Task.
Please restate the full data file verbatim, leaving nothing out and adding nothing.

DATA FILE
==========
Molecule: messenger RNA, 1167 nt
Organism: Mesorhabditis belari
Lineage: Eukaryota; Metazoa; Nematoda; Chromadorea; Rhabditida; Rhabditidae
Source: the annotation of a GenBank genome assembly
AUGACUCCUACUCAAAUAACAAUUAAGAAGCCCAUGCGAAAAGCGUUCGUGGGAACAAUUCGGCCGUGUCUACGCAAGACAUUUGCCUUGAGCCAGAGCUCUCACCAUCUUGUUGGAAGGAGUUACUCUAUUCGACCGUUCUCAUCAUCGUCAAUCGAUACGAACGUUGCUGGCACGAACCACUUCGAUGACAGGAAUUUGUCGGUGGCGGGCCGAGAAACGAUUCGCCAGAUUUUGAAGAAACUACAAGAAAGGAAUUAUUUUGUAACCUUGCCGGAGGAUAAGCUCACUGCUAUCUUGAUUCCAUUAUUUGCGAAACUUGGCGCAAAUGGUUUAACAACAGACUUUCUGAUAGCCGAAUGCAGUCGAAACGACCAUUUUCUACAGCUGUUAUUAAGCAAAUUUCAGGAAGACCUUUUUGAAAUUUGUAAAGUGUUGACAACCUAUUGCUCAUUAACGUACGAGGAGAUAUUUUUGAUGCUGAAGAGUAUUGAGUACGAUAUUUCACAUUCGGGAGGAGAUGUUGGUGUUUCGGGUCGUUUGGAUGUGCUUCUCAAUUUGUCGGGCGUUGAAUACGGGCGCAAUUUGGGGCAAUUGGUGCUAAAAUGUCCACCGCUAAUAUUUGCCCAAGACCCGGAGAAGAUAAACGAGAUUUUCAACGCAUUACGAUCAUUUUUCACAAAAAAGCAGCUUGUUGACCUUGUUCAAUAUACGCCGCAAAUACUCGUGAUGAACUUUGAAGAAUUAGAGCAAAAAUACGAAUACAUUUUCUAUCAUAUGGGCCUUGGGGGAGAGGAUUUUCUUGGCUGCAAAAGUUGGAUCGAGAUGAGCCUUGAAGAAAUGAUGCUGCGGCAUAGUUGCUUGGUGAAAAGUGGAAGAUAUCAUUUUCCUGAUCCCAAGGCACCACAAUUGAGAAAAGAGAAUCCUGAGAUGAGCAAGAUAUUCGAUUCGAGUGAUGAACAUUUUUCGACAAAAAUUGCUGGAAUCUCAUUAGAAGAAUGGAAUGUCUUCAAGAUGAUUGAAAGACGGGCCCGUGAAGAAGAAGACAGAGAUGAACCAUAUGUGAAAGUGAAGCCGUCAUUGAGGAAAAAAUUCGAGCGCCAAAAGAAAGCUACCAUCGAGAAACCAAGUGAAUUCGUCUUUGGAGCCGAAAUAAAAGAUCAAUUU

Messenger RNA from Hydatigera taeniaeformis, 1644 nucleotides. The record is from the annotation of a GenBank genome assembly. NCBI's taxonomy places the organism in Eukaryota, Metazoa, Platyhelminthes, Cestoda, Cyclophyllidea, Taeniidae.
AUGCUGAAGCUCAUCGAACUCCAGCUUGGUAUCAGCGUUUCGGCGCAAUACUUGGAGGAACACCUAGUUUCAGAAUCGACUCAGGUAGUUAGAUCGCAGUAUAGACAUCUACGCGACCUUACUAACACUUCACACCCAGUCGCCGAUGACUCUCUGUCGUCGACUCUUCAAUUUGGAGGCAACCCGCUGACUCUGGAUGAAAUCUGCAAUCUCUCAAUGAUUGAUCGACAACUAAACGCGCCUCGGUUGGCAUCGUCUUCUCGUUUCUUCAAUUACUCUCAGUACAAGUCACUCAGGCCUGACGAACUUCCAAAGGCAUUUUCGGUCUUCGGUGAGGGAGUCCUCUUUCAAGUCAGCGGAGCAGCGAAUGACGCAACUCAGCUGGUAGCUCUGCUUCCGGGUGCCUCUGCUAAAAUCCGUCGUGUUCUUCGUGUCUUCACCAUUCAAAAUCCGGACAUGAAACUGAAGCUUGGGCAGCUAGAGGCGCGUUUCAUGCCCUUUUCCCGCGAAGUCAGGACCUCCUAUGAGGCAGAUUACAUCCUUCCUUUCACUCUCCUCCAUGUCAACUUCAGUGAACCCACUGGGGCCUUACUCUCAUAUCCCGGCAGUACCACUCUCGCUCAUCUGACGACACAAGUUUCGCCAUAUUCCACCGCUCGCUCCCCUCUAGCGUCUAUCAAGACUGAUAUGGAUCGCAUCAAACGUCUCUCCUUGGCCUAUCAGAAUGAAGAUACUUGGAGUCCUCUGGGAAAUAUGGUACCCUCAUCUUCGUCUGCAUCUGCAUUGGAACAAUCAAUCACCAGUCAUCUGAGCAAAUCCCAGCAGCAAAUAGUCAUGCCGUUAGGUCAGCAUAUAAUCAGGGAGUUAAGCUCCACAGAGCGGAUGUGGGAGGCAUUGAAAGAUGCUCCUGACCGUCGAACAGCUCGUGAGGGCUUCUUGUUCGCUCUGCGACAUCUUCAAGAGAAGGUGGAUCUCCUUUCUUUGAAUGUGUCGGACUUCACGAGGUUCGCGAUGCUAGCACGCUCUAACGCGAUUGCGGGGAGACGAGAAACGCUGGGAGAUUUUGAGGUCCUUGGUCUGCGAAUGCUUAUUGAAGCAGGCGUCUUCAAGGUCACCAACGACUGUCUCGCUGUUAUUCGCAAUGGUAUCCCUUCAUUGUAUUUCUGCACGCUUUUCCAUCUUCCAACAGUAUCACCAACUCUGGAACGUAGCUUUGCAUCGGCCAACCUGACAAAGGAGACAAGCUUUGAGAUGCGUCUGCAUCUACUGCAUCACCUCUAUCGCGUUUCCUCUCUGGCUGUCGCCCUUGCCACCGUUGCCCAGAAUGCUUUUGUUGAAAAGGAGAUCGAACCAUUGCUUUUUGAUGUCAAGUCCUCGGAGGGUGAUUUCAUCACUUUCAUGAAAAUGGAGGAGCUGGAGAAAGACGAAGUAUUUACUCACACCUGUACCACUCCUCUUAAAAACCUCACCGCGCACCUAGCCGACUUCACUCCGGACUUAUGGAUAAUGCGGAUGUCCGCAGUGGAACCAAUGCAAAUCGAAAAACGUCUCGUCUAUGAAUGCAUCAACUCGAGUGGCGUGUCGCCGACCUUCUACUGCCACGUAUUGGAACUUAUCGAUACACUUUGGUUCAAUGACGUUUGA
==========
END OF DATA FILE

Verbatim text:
Molecule: messenger RNA, 1167 nt
Organism: Mesorhabditis belari
Lineage: Eukaryota; Metazoa; Nematoda; Chromadorea; Rhabditida; Rhabditidae
Source: the annotation of a GenBank genome assembly
AUGACUCCUACUCAAAUAACAAUUAAGAAGCCCAUGCGAAAAGCGUUCGUGGGAACAAUUCGGCCGUGUCUACGCAAGACAUUUGCCUUGAGCCAGAGCUCUCACCAUCUUGUUGGAAGGAGUUACUCUAUUCGACCGUUCUCAUCAUCGUCAAUCGAUACGAACGUUGCUGGCACGAACCACUUCGAUGACAGGAAUUUGUCGGUGGCGGGCCGAGAAACGAUUCGCCAGAUUUUGAAGAAACUACAAGAAAGGAAUUAUUUUGUAACCUUGCCGGAGGAUAAGCUCACUGCUAUCUUGAUUCCAUUAUUUGCGAAACUUGGCGCAAAUGGUUUAACAACAGACUUUCUGAUAGCCGAAUGCAGUCGAAACGACCAUUUUCUACAGCUGUUAUUAAGCAAAUUUCAGGAAGACCUUUUUGAAAUUUGUAAAGUGUUGACAACCUAUUGCUCAUUAACGUACGAGGAGAUAUUUUUGAUGCUGAAGAGUAUUGAGUACGAUAUUUCACAUUCGGGAGGAGAUGUUGGUGUUUCGGGUCGUUUGGAUGUGCUUCUCAAUUUGUCGGGCGUUGAAUACGGGCGCAAUUUGGGGCAAUUGGUGCUAAAAUGUCCACCGCUAAUAUUUGCCCAAGACCCGGAGAAGAUAAACGAGAUUUUCAACGCAUUACGAUCAUUUUUCACAAAAAAGCAGCUUGUUGACCUUGUUCAAUAUACGCCGCAAAUACUCGUGAUGAACUUUGAAGAAUUAGAGCAAAAAUACGAAUACAUUUUCUAUCAUAUGGGCCUUGGGGGAGAGGAUUUUCUUGGCUGCAAAAGUUGGAUCGAGAUGAGCCUUGAAGAAAUGAUGCUGCGGCAUAGUUGCUUGGUGAAAAGUGGAAGAUAUCAUUUUCCUGAUCCCAAGGCACCACAAUUGAGAAAAGAGAAUCCUGAGAUGAGCAAGAUAUUCGAUUCGAGUGAUGAACAUUUUUCGACAAAAAUUGCUGGAAUCUCAUUAGAAGAAUGGAAUGUCUUCAAGAUGAUUGAAAGACGGGCCCGUGAAGAAGAAGACAGAGAUGAACCAUAUGUGAAAGUGAAGCCGUCAUUGAGGAAAAAAUUCGAGCGCCAAAAGAAAGCUACCAUCGAGAAACCAAGUGAAUUCGUCUUUGGAGCCGAAAUAAAAGAUCAAUUU

Messenger RNA from Hydatigera taeniaeformis, 1644 nucleotides. The record is from the annotation of a GenBank genome assembly. NCBI's taxonomy places the organism in Eukaryota, Metazoa, Platyhelminthes, Cestoda, Cyclophyllidea, Taeniidae.
AUGCUGAAGCUCAUCGAACUCCAGCUUGGUAUCAGCGUUUCGGCGCAAUACUUGGAGGAACACCUAGUUUCAGAAUCGACUCAGGUAGUUAGAUCGCAGUAUAGACAUCUACGCGACCUUACUAACACUUCACACCCAGUCGCCGAUGACUCUCUGUCGUCGACUCUUCAAUUUGGAGGCAACCCGCUGACUCUGGAUGAAAUCUGCAAUCUCUCAAUGAUUGAUCGACAACUAAACGCGCCUCGGUUGGCAUCGUCUUCUCGUUUCUUCAAUUACUCUCAGUACAAGUCACUCAGGCCUGACGAACUUCCAAAGGCAUUUUCGGUCUUCGGUGAGGGAGUCCUCUUUCAAGUCAGCGGAGCAGCGAAUGACGCAACUCAGCUGGUAGCUCUGCUUCCGGGUGCCUCUGCUAAAAUCCGUCGUGUUCUUCGUGUCUUCACCAUUCAAAAUCCGGACAUGAAACUGAAGCUUGGGCAGCUAGAGGCGCGUUUCAUGCCCUUUUCCCGCGAAGUCAGGACCUCCUAUGAGGCAGAUUACAUCCUUCCUUUCACUCUCCUCCAUGUCAACUUCAGUGAACCCACUGGGGCCUUACUCUCAUAUCCCGGCAGUACCACUCUCGCUCAUCUGACGACACAAGUUUCGCCAUAUUCCACCGCUCGCUCCCCUCUAGCGUCUAUCAAGACUGAUAUGGAUCGCAUCAAACGUCUCUCCUUGGCCUAUCAGAAUGAAGAUACUUGGAGUCCUCUGGGAAAUAUGGUACCCUCAUCUUCGUCUGCAUCUGCAUUGGAACAAUCAAUCACCAGUCAUCUGAGCAAAUCCCAGCAGCAAAUAGUCAUGCCGUUAGGUCAGCAUAUAAUCAGGGAGUUAAGCUCCACAGAGCGGAUGUGGGAGGCAUUGAAAGAUGCUCCUGACCGUCGAACAGCUCGUGAGGGCUUCUUGUUCGCUCUGCGACAUCUUCAAGAGAAGGUGGAUCUCCUUUCUUUGAAUGUGUCGGACUUCACGAGGUUCGCGAUGCUAGCACGCUCUAACGCGAUUGCGGGGAGACGAGAAACGCUGGGAGAUUUUGAGGUCCUUGGUCUGCGAAUGCUUAUUGAAGCAGGCGUCUUCAAGGUCACCAACGACUGUCUCGCUGUUAUUCGCAAUGGUAUCCCUUCAUUGUAUUUCUGCACGCUUUUCCAUCUUCCAACAGUAUCACCAACUCUGGAACGUAGCUUUGCAUCGGCCAACCUGACAAAGGAGACAAGCUUUGAGAUGCGUCUGCAUCUACUGCAUCACCUCUAUCGCGUUUCCUCUCUGGCUGUCGCCCUUGCCACCGUUGCCCAGAAUGCUUUUGUUGAAAAGGAGAUCGAACCAUUGCUUUUUGAUGUCAAGUCCUCGGAGGGUGAUUUCAUCACUUUCAUGAAAAUGGAGGAGCUGGAGAAAGACGAAGUAUUUACUCACACCUGUACCACUCCUCUUAAAAACCUCACCGCGCACCUAGCCGACUUCACUCCGGACUUAUGGAUAAUGCGGAUGUCCGCAGUGGAACCAAUGCAAAUCGAAAAACGUCUCGUCUAUGAAUGCAUCAACUCGAGUGGCGUGUCGCCGACCUUCUACUGCCACGUAUUGGAACUUAUCGAUACACUUUGGUUCAAUGACGUUUGA